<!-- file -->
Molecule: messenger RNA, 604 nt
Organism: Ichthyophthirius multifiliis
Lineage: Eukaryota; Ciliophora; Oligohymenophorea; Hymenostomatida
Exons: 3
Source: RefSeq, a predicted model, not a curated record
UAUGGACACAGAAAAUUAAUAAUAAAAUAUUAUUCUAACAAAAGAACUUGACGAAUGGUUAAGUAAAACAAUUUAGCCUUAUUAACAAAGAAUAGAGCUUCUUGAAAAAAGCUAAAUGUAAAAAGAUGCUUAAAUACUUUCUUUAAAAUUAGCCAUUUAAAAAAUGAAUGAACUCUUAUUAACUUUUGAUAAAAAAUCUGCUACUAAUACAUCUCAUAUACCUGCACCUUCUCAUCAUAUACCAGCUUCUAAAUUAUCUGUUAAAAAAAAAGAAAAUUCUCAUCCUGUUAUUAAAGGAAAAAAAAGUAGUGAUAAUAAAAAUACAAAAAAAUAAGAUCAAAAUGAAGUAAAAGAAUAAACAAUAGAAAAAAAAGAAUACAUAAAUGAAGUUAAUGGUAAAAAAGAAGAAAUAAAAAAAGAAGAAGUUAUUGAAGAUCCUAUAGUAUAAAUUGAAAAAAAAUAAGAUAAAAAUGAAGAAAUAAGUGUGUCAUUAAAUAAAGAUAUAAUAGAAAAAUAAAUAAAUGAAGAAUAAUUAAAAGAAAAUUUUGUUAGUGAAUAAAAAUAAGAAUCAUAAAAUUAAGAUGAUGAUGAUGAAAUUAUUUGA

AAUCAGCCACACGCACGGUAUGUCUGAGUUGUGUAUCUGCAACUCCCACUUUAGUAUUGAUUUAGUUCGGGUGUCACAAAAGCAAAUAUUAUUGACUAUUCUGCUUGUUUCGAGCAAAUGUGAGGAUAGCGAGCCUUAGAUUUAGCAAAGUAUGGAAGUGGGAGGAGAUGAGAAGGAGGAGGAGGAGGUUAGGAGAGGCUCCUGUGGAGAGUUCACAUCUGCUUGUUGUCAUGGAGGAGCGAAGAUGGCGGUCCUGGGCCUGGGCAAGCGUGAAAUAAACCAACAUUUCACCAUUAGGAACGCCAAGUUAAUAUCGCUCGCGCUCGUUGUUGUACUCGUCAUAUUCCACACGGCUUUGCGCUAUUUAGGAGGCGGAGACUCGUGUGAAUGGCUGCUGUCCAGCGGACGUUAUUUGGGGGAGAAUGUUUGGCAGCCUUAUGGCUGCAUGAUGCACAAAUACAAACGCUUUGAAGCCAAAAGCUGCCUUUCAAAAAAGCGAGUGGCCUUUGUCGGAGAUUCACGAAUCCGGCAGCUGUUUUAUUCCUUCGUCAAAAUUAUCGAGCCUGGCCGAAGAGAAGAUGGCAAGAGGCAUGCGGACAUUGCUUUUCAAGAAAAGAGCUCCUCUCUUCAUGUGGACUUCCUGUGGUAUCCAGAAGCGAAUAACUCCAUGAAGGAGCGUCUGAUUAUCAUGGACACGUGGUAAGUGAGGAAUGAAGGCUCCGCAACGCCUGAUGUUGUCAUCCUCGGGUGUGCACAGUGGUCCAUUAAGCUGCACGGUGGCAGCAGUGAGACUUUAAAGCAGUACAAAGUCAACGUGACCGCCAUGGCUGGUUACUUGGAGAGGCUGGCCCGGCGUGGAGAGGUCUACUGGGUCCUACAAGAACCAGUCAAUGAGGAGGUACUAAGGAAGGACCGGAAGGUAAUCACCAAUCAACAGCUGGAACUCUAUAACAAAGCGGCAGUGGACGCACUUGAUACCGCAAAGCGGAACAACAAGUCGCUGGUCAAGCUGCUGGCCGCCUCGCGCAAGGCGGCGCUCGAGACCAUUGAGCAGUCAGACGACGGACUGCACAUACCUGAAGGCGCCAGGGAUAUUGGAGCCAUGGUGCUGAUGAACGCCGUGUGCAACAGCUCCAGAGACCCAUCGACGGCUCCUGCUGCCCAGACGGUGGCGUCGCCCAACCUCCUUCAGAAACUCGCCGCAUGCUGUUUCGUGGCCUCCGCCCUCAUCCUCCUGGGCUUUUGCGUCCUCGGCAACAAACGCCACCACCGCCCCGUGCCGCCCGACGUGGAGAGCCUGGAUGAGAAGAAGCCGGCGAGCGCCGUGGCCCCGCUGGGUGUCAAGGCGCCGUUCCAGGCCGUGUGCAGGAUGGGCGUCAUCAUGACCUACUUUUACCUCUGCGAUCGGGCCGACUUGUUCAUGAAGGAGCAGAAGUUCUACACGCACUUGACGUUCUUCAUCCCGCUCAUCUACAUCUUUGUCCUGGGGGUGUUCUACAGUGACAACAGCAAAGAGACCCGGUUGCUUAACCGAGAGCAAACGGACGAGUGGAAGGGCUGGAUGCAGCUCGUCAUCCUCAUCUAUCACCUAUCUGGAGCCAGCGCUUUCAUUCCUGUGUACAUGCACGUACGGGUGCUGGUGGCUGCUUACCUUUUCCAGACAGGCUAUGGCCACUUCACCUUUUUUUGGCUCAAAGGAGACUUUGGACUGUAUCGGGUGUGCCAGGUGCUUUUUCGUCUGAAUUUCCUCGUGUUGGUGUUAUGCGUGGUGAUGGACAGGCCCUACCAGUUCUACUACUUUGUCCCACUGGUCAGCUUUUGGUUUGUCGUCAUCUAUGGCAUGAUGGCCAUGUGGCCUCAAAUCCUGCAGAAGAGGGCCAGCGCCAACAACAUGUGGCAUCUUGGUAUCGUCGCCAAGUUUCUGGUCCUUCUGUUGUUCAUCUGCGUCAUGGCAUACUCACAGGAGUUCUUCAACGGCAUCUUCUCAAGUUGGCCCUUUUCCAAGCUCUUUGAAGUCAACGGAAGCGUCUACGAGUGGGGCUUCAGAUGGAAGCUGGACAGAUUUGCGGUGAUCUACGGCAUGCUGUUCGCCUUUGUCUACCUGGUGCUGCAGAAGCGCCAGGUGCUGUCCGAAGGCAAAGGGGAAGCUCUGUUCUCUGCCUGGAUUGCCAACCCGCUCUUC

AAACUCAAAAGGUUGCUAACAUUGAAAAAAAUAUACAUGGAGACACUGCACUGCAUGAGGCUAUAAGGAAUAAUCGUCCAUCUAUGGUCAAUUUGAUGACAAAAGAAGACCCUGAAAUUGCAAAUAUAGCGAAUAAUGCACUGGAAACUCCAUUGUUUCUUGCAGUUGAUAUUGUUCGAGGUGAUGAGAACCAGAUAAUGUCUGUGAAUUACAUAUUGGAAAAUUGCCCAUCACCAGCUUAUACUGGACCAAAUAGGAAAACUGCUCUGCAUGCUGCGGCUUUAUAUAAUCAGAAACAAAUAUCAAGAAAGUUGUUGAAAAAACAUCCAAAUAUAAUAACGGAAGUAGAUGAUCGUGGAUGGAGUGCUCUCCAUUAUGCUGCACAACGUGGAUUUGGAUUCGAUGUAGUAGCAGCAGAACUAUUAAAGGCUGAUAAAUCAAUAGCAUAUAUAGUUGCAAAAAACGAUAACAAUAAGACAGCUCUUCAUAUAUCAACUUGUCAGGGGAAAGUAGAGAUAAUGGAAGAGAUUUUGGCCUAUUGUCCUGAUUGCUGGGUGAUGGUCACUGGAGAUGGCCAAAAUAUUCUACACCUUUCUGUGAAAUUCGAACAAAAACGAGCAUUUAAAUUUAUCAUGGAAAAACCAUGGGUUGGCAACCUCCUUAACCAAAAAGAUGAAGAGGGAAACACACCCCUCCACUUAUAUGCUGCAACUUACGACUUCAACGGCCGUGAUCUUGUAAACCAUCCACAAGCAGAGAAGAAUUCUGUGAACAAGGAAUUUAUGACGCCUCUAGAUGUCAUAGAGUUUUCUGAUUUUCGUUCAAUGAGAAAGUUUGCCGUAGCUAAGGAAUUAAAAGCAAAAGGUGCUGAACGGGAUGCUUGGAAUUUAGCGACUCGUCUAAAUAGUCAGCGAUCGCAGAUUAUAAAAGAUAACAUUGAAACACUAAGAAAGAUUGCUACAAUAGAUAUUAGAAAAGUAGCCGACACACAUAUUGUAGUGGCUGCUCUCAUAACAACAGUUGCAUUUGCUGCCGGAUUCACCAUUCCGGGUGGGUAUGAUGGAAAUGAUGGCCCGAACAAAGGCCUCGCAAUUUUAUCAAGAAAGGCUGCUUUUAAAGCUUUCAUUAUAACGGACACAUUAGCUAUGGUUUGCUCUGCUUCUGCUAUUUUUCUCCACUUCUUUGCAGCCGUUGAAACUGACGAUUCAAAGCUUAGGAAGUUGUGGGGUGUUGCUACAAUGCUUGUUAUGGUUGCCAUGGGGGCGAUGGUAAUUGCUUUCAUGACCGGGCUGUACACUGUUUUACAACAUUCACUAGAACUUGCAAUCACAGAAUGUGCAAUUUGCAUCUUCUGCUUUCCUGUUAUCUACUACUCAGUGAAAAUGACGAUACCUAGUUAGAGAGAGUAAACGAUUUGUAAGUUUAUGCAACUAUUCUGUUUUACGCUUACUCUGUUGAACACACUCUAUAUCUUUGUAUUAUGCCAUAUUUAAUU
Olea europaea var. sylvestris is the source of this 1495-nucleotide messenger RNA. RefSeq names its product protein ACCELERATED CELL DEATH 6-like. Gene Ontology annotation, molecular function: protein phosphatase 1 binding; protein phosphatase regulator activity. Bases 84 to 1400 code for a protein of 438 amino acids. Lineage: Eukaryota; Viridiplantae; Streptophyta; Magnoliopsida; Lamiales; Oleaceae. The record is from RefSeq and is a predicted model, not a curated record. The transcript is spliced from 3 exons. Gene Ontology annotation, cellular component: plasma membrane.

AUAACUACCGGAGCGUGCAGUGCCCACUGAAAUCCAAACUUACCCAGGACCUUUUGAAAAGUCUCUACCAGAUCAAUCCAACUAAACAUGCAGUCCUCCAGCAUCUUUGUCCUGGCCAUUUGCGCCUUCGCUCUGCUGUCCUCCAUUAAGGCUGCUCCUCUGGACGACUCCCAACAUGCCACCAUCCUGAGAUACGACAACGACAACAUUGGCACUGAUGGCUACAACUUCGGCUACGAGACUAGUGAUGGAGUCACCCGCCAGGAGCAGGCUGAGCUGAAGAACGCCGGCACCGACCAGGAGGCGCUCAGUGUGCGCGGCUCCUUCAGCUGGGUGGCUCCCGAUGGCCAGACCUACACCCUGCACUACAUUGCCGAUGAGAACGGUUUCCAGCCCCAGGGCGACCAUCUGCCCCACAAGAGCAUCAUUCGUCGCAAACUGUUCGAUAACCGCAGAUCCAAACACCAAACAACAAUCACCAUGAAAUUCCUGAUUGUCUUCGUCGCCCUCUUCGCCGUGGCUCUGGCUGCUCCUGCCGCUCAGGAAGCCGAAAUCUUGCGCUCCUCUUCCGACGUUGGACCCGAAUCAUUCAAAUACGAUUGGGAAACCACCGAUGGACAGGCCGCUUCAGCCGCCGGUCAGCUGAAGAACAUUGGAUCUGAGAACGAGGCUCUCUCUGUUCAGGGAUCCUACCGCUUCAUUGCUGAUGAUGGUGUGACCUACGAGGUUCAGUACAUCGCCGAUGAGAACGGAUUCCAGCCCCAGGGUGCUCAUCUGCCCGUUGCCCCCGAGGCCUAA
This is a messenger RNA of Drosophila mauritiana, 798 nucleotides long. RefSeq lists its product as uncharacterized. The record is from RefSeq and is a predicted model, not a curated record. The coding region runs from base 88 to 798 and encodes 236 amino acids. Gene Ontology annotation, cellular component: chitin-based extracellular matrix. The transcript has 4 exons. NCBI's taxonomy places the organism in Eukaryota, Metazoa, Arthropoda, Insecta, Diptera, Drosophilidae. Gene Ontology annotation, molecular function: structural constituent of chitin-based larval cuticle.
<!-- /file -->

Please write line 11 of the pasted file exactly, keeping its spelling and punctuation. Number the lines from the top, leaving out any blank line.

This is a messenger RNA of Drosophila mauritiana, 798 nucleotides long. RefSeq lists its product as uncharacterized. The record is from RefSeq and is a predicted model, not a curated record. The coding region runs from base 88 to 798 and encodes 236 amino acids. Gene Ontology annotation, cellular component: chitin-based extracellular matrix. The transcript has 4 exons. NCBI's taxonomy places the organism in Eukaryota, Metazoa, Arthropoda, Insecta, Diptera, Drosophilidae. Gene Ontology annotation, molecular function: structural constituent of chitin-based larval cuticle.